Compile latest kernel on Debian and Ubuntu

linux kernel compile

Here are my notes on how to compile and install the latest version of the Linux kernel, at this moment version 5.9.1, on Debian 10 ‘Buster’ and Ubuntu 20.04 LTS from source code. Procedure should be similar for other flavours of linux. Remember to change versions and/or paths to match your preferences if necessary.

First, we will download and verify the source code, install necessary packages and copy our current configuration, therefore we will have it as our starting config. See below the commands for this part.

## Download the source code and pgp signature from https://www.kernel.org/
## to a directory of your choice
mkdir -p /usr/src/
cd /usr/src/
wget https://cdn.kernel.org/pub/linux/kernel/v5.x/linux-5.9.1.tar.xz
wget https://cdn.kernel.org/pub/linux/kernel/v5.x/linux-5.9.1.tar.sign
## Install necessary packages
apt-get install gnupg2 build-essential libncurses-dev bison flex libssl-dev libelf-dev bc
## Uncompress the source code
xz -d -v linux-5.9.1.tar.xz
## Import keys belonging to kernel developers and check signatures
gpg2 --locate-keys torvalds@kernel.org gregkh@kernel.org
gpg --verify linux-5.9.1.tar.sign
## Untar the source code and cd into the directory
tar xf linux-5.9.1.tar
cd linux-5.9.1/
## Copy over actual kernel config file
cp -v /boot/config-$(uname -r) .config

Next we have to take decision whether we want to sign the kernel modules or not. To clarify, the kernel module signing facility cryptographically signs modules during installation and then checks the signature upon loading the module, what increases security by making it harder to load a malicious module into the kernel.

Procedures for both cases are explained below, so choose the one that best suits your needs.

Module signing configuration

In order to sign our modules we need to go through some configuration steps.

Firstly, we will create the signing key that we will use to sign the modules. To do this we should go to ‘/usr/src/linux-5.9.1/certs’ an create a file named ‘x509.genkey’ with this content.

[ req ]
default_bits = 4096
distinguished_name = req_distinguished_name
prompt = no
string_mask = utf8only
x509_extensions = myexts

[ req_distinguished_name ]
CN = Modules

[ myexts ]
basicConstraints=critical,CA:FALSE
keyUsage=digitalSignature
subjectKeyIdentifier=hash
authorityKeyIdentifier=keyid

Then we will execute the following command to create the key:

openssl req -new -nodes -utf8 -sha256 -days 36500 -batch -x509 -config x509.genkey -outform PEM -out kernel_key.pem -keyout kernel_key.pem

Finally we need configure module signing and the key we will use in the kernel configuration options. To do so we will execute the ncurses-based pseudo-graphical menu and adjust some options:

  • cd into ‘/usr/src/linux-5.9.1’ and type ‘make menuconfig’
  • Go to ‘Enable loadable module support’ and select/activate the option ‘Automatically sign all modules’. This option comes activated in Ubuntu (remember we are using our current config as base) and deactivated in Debian by default.
  • Go back to the first menu and then navigate to ‘Cryptographic API’ —> ‘Certificates for signature checking’ —> ‘File name or PKCS#11 URI of module signing key’ and put the path of our previously created key relative to the source code directory, in our case ‘certs/kernel_key.pem’ in place.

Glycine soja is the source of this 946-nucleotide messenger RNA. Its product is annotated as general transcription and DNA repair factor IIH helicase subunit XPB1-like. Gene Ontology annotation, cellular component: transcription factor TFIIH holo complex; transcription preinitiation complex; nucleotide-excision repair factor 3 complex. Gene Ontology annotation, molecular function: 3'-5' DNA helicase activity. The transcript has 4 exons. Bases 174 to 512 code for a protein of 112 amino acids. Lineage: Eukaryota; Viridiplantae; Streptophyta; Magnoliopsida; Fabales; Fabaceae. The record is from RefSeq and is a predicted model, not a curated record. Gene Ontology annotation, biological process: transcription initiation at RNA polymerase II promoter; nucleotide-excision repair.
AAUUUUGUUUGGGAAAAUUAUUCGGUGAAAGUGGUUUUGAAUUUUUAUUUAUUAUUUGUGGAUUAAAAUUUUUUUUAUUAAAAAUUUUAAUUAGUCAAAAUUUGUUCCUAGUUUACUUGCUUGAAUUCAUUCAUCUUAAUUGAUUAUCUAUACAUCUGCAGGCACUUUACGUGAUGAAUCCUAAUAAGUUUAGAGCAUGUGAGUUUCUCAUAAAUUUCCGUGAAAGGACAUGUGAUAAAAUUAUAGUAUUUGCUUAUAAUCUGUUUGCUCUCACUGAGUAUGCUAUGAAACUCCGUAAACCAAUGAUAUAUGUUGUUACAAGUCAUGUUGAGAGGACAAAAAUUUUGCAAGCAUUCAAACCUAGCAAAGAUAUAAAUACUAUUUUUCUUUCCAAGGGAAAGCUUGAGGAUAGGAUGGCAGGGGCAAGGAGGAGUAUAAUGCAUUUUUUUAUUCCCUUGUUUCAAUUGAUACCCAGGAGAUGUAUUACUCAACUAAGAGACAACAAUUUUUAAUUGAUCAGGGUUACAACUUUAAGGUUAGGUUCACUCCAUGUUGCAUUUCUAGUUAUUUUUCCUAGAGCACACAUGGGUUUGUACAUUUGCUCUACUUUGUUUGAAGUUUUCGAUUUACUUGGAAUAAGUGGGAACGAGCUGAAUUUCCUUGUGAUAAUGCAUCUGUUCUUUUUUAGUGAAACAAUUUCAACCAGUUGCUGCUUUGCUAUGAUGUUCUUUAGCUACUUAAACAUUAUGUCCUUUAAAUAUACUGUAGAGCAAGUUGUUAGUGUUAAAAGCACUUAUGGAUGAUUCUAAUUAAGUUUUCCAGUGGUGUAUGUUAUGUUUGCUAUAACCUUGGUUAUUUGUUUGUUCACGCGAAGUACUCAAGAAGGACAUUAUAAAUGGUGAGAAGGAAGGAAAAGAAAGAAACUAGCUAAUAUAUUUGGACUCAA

• In the same menu, leave the entry ‘Additional X.509 keys for default system keyring’ blank if not already blank.

Important note: If you want to fully harden your installation, don’t forget to take the generated key (kernel_key.pem) out of the box and keep it in a safe place for future signing.

That’s all, you can exit the configuration menu saving changes and move on to compile the kernel.

Module unsigning configuration

To disable module signing, we should do it in kernel configuration:

  • cd into ‘/usr/src/linux-5.9.1’ and type ‘make menuconfig’
  • Go to ‘Enable loadable module support’ and unselect/deactivate the option ‘Automatically sign all modules’. This option comes activated in Ubuntu, as we are using our current config as base, and deactivated in Debian by default.
  • Go back to the first menu and then navigate to ‘Cryptographic API’ —> ‘Certificates for signature checking’ and make sure that options ‘File name or PKCS#11 URI of module signing key’ and ‘Additional X.509 keys for default system keyring’ are blank if not already blank.

This is all we need to compile our kernel without module signing feature. Exit the configuration menu saving changes and move on to the next section.

Compile linux kernel

Finally we can compile and install our new kernel and its modules. These are the commands that you need to finish this procedure.

## Compile using make or make -j n where n is the number of processors to use
make -j 2
## Install kernel modules
make modules_install
## Optimize and install new kernel
cd /lib/modules/5.9.1/
find . -name *.ko -exec strip --strip-unneeded {} +
cd /usr/src/linux-5.9.1/
make install
reboot

After rebooting, your new kernel will be running and fully operational, check it with ‘uname -a’.

It is recommended to execute ‘make clean’ from the source directory of the kernel in order to free some space from files generated during compilation. With this you can easily free between 10 and 20 GB space.

We have seen how to compile and install the latest linux kernel on Debian and Ubuntu. Comments are welcome.

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